Thousands of adventure-seekers have descended in droves, drawn to the small Spanish city of Pamplona for its annual San Fermin festival and the famed running of the bulls. Pamplona’s population of 200,000 can triple during the nine-day festival, which began on Sunday, due to the amount of visitors looking for thrills and a one-of-a-kind experience.
The running of the bulls is about as straightforward as its name. Six bulls charge behind a teeming mass of humanity fleeing toward the bullfighting stadium. Although Pamplona is not the only place to hold running-of-the-bulls events, the Spanish city can boast of the most famous version. The tradition began centuries ago when young men would race in front of the bulls as a way of enticing them to move quickly from their paddocks to the bullfighting arena. However, the custom only gained its worldwide fame after Ernest Hemingway wrote about the dangerous practice in his seminal novel The Sun Also Rises.
The city’s running of the bulls has taken the lives of 15 people since 1924, when officials began taking records of the event. Thousands have been injured, often by being pushed to the ground by frantic runners. Medical teams line the half-mile course, with ambulances ready to bring injured runners to surgeons experienced in operating on goring victims.
The annual San Fermin festival also draws thousands of visitors to Pamplona for attractions other than the running of the bulls. According to municipal officials, approximately 1.5 million people attended the hundreds of parades, concerts, religious events, and children’s activities held during last year’s celebration. This of course translated into millions of dollars in revenue for the small city.
The festival began at noon on Sunday with the launching of a small rocket signaling the official start of the revelry. After seeing the firework, the thousands of jubilant visitors, packed like sardines in the narrow streets of the ancient city, broke out into a raucous celebration featuring many people showering other partying participants with wine and water.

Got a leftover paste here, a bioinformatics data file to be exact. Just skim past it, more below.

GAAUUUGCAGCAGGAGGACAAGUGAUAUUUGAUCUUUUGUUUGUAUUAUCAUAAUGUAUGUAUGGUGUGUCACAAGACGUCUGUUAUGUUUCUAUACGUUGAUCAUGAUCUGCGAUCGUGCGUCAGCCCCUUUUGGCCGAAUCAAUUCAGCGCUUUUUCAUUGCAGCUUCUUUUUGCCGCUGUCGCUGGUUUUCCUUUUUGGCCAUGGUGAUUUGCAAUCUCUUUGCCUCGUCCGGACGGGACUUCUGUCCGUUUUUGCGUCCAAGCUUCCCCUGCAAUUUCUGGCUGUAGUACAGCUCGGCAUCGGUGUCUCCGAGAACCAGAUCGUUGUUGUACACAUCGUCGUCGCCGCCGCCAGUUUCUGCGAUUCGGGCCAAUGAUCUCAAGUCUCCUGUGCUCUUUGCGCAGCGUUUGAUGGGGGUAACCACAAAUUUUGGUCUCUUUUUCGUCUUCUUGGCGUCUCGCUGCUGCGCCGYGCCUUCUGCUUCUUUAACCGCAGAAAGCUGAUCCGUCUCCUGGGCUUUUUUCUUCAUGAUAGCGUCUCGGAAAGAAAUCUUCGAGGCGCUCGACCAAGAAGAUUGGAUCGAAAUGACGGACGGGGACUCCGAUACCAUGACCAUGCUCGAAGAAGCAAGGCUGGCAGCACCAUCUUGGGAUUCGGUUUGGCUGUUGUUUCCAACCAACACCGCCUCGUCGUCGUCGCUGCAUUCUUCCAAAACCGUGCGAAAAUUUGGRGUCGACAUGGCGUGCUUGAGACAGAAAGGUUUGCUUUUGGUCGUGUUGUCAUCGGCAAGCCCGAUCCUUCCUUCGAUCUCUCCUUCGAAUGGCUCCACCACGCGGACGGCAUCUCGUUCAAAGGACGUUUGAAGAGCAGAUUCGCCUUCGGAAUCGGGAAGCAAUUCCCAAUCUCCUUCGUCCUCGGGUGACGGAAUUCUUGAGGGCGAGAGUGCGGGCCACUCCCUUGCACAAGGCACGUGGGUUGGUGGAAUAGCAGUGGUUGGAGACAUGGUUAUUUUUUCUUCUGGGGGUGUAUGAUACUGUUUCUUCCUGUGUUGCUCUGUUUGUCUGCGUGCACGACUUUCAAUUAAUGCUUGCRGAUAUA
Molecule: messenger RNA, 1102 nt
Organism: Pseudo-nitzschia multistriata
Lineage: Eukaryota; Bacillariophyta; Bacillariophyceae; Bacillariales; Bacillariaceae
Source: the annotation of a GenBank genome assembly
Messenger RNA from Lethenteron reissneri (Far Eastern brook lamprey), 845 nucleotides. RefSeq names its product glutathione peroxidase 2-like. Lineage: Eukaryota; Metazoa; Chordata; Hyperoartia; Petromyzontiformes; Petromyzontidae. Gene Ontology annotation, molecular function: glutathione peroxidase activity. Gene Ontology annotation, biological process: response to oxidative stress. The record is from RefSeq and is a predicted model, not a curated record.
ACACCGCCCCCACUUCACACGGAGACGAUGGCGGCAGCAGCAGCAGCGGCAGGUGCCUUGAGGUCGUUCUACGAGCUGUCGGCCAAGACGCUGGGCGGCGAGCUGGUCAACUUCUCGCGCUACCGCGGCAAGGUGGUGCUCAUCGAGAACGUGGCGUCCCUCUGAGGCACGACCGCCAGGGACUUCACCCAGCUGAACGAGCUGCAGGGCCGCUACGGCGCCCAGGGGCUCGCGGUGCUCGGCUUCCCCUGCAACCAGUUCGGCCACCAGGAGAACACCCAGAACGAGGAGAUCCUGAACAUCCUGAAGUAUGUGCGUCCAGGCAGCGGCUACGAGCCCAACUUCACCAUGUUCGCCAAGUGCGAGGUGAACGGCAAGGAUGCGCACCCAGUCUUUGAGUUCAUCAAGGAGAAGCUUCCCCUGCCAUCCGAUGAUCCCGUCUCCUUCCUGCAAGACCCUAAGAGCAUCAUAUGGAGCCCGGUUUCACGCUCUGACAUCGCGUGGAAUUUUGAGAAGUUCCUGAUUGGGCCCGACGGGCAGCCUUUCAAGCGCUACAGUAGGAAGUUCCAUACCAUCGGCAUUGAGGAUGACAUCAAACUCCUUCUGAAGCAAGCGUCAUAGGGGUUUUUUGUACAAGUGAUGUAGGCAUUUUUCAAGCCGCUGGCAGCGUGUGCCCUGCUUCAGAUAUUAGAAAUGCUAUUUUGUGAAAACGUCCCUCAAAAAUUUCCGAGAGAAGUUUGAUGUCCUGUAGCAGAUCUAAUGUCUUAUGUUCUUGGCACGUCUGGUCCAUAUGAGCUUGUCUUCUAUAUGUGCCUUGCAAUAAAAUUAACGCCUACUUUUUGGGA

Despite its popularity, the running of the bulls also has its detractors. Over 150 animal rights activists staged a protest on Saturday in the city’s main square. Dressed in the traditional white clothing and red scarves of the festival, the protestors used face paint to make their faces look like skulls. They also held signs in multiple languages, all of which translated to “You Run. Bulls Die.” The Spanish animal welfare group AnimaNaturalis and the People for the Ethical Treatment of Animals (PETA) organized the protest.
The activists said that their efforts sought to remind tourists that the running of the bulls ends in the deaths of the animals at the hands of matadors. Bullfighting involves several people repeatedly stabbing the bulls with spears and swords. After the animal has been sufficiently exhausted, the matador will land the killing blow. The practice was banned in Catalonia in 2012, but remains legal in other parts of Spain.
Although the annual running of the bulls draws thousands of tourists to Pamplona, the event is far less popular in other areas. PETA campaign coordinator Kirsty Henderson stated that bullfighting arenas are closing across the country. She claimed that the Pamplona event’s popularity is due to tourism and a lack of understanding about what happens to the bulls in the end. Looking to the future, Henderson said that bullfighting was not something that Spaniards wanted to protect any more. Whether or not the bullfighting continues in the years to come, the revelry in Pamplona has thus far overwhelmed the animal rights activists’ grim message. At least for now, the party is still going strong.
By Yitzchak Besser